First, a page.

Many species of shortgrass prairie birds have experienced sharp declines in their populations over the last 50 years, yet many of them remain chronically understudied. In order to understand the risks to these species, a better understanding of their basic biology is needed. We will study a local declining shortgrass prairie species, the Cassin’s Sparrow, at the Pueblo Chemical Depot, including estimating species abundance and movement throughout the breeding season, habitat use, predator abundance, food availability, nesting success and survival, and courtship and mating behaviors. Preliminary data from previous years of research indicates that reproductive success in our area is low and may be impacted by drought. However, because of the short grass prairie is extremely variable between years, multiple years or data collection is necessary before any firm conclusions can be drawn.

For more information about Dr. Ramos’s research and his research team, visit her research website. She can be emailed at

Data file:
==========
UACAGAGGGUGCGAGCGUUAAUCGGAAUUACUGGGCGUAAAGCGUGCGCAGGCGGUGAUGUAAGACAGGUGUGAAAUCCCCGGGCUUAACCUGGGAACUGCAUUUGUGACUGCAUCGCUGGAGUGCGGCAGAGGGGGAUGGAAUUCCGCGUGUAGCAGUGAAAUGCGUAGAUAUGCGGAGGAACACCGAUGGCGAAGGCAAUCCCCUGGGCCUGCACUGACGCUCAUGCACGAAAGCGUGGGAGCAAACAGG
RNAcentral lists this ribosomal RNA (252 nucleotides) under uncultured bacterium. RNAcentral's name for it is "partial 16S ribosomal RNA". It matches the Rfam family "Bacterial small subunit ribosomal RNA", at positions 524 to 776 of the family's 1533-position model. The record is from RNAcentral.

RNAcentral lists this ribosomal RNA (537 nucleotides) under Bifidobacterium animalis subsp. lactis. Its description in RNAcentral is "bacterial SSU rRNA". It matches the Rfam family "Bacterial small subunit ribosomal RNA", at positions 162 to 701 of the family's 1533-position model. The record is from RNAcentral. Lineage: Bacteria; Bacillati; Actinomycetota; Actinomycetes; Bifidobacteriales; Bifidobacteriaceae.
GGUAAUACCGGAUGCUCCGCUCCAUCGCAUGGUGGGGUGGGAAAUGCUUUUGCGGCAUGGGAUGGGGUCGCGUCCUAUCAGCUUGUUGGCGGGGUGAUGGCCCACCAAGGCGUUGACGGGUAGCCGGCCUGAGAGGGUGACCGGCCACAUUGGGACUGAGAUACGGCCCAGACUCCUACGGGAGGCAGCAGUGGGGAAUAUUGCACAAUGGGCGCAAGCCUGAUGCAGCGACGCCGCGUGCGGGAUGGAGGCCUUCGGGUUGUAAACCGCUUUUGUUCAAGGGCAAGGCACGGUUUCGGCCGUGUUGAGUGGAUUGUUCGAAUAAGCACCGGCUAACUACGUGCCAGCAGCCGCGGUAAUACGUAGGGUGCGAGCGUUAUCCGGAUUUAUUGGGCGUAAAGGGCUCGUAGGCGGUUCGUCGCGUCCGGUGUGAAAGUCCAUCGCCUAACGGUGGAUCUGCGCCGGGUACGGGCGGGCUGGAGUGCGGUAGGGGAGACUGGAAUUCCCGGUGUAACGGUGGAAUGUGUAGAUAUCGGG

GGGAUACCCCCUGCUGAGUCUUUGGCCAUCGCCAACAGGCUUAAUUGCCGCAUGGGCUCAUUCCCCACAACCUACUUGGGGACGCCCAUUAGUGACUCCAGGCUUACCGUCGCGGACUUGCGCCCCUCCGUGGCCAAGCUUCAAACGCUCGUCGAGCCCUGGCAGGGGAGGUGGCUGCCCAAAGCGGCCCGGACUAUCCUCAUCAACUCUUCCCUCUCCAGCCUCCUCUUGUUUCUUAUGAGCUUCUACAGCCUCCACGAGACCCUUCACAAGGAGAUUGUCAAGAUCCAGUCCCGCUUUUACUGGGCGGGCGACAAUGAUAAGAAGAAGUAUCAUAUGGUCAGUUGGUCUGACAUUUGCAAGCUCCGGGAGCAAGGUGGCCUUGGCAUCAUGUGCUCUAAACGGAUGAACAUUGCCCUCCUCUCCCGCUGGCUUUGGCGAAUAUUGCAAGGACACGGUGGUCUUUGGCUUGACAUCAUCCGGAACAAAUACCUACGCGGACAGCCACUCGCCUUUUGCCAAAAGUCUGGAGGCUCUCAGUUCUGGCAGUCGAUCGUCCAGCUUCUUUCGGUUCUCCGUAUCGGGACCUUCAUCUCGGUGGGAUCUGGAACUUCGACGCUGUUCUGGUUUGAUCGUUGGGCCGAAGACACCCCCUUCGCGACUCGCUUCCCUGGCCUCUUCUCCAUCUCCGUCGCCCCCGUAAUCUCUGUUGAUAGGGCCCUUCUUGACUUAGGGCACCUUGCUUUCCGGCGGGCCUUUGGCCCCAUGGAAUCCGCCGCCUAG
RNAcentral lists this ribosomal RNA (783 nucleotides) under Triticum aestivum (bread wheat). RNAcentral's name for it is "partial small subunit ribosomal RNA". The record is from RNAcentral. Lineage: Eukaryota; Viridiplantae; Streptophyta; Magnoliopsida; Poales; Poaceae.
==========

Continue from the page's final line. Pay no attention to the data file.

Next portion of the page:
Summer 2022

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$500 Scholarship Opportunity

Advising for summer courses is open. New and current students are eligible for a $500 summer scholarship if enrolled in 9 or more summer credits. 

Summer Scholarship Interest Form

Schedule Advising

Registration is Open

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Registration for both summer and fall courses is open for continuing students. Students can register for classes in self-service Banner or reference the following instructions and resources.

CUATRO Program Director

Apply to CUATRO